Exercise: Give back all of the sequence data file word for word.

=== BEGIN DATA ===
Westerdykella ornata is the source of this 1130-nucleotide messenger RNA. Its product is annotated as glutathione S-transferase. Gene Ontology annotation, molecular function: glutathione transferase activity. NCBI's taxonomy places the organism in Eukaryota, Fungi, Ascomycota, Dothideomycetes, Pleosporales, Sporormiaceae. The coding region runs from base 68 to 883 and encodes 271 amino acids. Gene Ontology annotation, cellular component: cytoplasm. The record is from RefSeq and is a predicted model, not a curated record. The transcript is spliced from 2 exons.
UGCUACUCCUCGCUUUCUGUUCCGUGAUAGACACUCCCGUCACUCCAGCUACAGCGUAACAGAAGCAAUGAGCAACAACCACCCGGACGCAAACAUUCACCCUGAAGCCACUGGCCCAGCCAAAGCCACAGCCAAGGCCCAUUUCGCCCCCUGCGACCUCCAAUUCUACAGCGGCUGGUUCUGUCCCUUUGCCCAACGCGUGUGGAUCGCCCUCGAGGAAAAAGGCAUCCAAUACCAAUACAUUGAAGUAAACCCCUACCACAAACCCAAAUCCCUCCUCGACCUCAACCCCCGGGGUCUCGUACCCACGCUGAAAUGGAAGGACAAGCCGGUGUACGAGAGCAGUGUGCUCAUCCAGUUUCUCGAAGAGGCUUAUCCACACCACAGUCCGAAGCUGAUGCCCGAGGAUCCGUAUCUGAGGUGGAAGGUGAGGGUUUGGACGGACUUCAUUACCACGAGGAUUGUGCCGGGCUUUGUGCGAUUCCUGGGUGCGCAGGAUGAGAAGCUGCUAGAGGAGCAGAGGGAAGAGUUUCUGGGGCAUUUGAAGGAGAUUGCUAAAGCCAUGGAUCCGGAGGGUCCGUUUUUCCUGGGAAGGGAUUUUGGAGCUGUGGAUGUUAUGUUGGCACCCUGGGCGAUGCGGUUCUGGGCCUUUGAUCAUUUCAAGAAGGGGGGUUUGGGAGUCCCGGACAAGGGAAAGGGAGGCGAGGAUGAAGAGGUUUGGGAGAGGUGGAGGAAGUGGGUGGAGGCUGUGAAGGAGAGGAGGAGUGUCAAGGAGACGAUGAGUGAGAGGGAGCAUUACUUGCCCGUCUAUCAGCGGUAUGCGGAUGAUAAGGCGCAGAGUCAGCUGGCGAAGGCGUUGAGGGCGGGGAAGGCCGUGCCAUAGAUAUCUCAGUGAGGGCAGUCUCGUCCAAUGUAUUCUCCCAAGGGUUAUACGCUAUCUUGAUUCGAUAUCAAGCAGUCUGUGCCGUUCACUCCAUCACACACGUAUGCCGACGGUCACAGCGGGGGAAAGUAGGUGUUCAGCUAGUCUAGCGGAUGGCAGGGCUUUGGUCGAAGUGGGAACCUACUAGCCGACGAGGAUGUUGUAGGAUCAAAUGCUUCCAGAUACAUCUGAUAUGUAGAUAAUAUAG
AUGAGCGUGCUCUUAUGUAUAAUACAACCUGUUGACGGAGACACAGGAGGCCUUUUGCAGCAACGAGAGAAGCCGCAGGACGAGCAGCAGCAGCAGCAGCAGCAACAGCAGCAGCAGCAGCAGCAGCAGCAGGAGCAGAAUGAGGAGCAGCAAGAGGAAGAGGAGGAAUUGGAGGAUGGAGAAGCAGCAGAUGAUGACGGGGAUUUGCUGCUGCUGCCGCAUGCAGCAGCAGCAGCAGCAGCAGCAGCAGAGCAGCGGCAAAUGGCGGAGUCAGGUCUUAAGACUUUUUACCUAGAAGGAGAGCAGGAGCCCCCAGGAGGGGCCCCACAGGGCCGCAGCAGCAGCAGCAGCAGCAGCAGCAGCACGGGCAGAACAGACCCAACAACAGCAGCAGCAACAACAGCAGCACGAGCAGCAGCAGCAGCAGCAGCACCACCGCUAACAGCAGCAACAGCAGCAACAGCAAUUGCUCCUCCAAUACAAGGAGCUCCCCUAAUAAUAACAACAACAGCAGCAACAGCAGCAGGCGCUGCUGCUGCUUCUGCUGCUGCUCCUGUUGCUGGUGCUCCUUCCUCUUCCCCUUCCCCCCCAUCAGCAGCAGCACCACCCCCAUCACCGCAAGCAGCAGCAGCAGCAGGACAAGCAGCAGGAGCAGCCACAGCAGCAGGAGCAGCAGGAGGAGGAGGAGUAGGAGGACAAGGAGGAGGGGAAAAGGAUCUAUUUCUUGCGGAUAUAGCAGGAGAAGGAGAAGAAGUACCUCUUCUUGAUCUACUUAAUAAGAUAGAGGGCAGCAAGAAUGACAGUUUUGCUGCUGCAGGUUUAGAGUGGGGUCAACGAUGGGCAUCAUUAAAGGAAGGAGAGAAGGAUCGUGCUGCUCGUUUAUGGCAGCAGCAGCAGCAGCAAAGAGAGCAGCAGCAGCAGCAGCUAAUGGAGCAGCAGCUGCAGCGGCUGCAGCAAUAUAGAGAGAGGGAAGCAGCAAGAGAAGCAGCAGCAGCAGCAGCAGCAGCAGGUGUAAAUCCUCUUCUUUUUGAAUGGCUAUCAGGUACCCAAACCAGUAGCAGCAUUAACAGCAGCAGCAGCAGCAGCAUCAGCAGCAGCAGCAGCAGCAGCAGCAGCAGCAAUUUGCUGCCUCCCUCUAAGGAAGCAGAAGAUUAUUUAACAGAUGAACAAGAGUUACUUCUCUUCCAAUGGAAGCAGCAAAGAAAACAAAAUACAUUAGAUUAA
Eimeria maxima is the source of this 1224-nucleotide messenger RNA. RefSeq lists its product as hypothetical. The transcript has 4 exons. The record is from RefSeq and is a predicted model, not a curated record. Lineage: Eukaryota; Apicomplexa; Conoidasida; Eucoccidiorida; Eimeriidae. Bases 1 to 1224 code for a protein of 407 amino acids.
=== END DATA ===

Westerdykella ornata is the source of this 1130-nucleotide messenger RNA. Its product is annotated as glutathione S-transferase. Gene Ontology annotation, molecular function: glutathione transferase activity. NCBI's taxonomy places the organism in Eukaryota, Fungi, Ascomycota, Dothideomycetes, Pleosporales, Sporormiaceae. The coding region runs from base 68 to 883 and encodes 271 amino acids. Gene Ontology annotation, cellular component: cytoplasm. The record is from RefSeq and is a predicted model, not a curated record. The transcript is spliced from 2 exons.
UGCUACUCCUCGCUUUCUGUUCCGUGAUAGACACUCCCGUCACUCCAGCUACAGCGUAACAGAAGCAAUGAGCAACAACCACCCGGACGCAAACAUUCACCCUGAAGCCACUGGCCCAGCCAAAGCCACAGCCAAGGCCCAUUUCGCCCCCUGCGACCUCCAAUUCUACAGCGGCUGGUUCUGUCCCUUUGCCCAACGCGUGUGGAUCGCCCUCGAGGAAAAAGGCAUCCAAUACCAAUACAUUGAAGUAAACCCCUACCACAAACCCAAAUCCCUCCUCGACCUCAACCCCCGGGGUCUCGUACCCACGCUGAAAUGGAAGGACAAGCCGGUGUACGAGAGCAGUGUGCUCAUCCAGUUUCUCGAAGAGGCUUAUCCACACCACAGUCCGAAGCUGAUGCCCGAGGAUCCGUAUCUGAGGUGGAAGGUGAGGGUUUGGACGGACUUCAUUACCACGAGGAUUGUGCCGGGCUUUGUGCGAUUCCUGGGUGCGCAGGAUGAGAAGCUGCUAGAGGAGCAGAGGGAAGAGUUUCUGGGGCAUUUGAAGGAGAUUGCUAAAGCCAUGGAUCCGGAGGGUCCGUUUUUCCUGGGAAGGGAUUUUGGAGCUGUGGAUGUUAUGUUGGCACCCUGGGCGAUGCGGUUCUGGGCCUUUGAUCAUUUCAAGAAGGGGGGUUUGGGAGUCCCGGACAAGGGAAAGGGAGGCGAGGAUGAAGAGGUUUGGGAGAGGUGGAGGAAGUGGGUGGAGGCUGUGAAGGAGAGGAGGAGUGUCAAGGAGACGAUGAGUGAGAGGGAGCAUUACUUGCCCGUCUAUCAGCGGUAUGCGGAUGAUAAGGCGCAGAGUCAGCUGGCGAAGGCGUUGAGGGCGGGGAAGGCCGUGCCAUAGAUAUCUCAGUGAGGGCAGUCUCGUCCAAUGUAUUCUCCCAAGGGUUAUACGCUAUCUUGAUUCGAUAUCAAGCAGUCUGUGCCGUUCACUCCAUCACACACGUAUGCCGACGGUCACAGCGGGGGAAAGUAGGUGUUCAGCUAGUCUAGCGGAUGGCAGGGCUUUGGUCGAAGUGGGAACCUACUAGCCGACGAGGAUGUUGUAGGAUCAAAUGCUUCCAGAUACAUCUGAUAUGUAGAUAAUAUAG
AUGAGCGUGCUCUUAUGUAUAAUACAACCUGUUGACGGAGACACAGGAGGCCUUUUGCAGCAACGAGAGAAGCCGCAGGACGAGCAGCAGCAGCAGCAGCAGCAACAGCAGCAGCAGCAGCAGCAGCAGCAGGAGCAGAAUGAGGAGCAGCAAGAGGAAGAGGAGGAAUUGGAGGAUGGAGAAGCAGCAGAUGAUGACGGGGAUUUGCUGCUGCUGCCGCAUGCAGCAGCAGCAGCAGCAGCAGCAGCAGAGCAGCGGCAAAUGGCGGAGUCAGGUCUUAAGACUUUUUACCUAGAAGGAGAGCAGGAGCCCCCAGGAGGGGCCCCACAGGGCCGCAGCAGCAGCAGCAGCAGCAGCAGCAGCACGGGCAGAACAGACCCAACAACAGCAGCAGCAACAACAGCAGCACGAGCAGCAGCAGCAGCAGCAGCACCACCGCUAACAGCAGCAACAGCAGCAACAGCAAUUGCUCCUCCAAUACAAGGAGCUCCCCUAAUAAUAACAACAACAGCAGCAACAGCAGCAGGCGCUGCUGCUGCUUCUGCUGCUGCUCCUGUUGCUGGUGCUCCUUCCUCUUCCCCUUCCCCCCCAUCAGCAGCAGCACCACCCCCAUCACCGCAAGCAGCAGCAGCAGCAGGACAAGCAGCAGGAGCAGCCACAGCAGCAGGAGCAGCAGGAGGAGGAGGAGUAGGAGGACAAGGAGGAGGGGAAAAGGAUCUAUUUCUUGCGGAUAUAGCAGGAGAAGGAGAAGAAGUACCUCUUCUUGAUCUACUUAAUAAGAUAGAGGGCAGCAAGAAUGACAGUUUUGCUGCUGCAGGUUUAGAGUGGGGUCAACGAUGGGCAUCAUUAAAGGAAGGAGAGAAGGAUCGUGCUGCUCGUUUAUGGCAGCAGCAGCAGCAGCAAAGAGAGCAGCAGCAGCAGCAGCUAAUGGAGCAGCAGCUGCAGCGGCUGCAGCAAUAUAGAGAGAGGGAAGCAGCAAGAGAAGCAGCAGCAGCAGCAGCAGCAGCAGGUGUAAAUCCUCUUCUUUUUGAAUGGCUAUCAGGUACCCAAACCAGUAGCAGCAUUAACAGCAGCAGCAGCAGCAGCAUCAGCAGCAGCAGCAGCAGCAGCAGCAGCAGCAAUUUGCUGCCUCCCUCUAAGGAAGCAGAAGAUUAUUUAACAGAUGAACAAGAGUUACUUCUCUUCCAAUGGAAGCAGCAAAGAAAACAAAAUACAUUAGAUUAA
Eimeria maxima is the source of this 1224-nucleotide messenger RNA. RefSeq lists its product as hypothetical. The transcript has 4 exons. The record is from RefSeq and is a predicted model, not a curated record. Lineage: Eukaryota; Apicomplexa; Conoidasida; Eucoccidiorida; Eimeriidae. Bases 1 to 1224 code for a protein of 407 amino acids.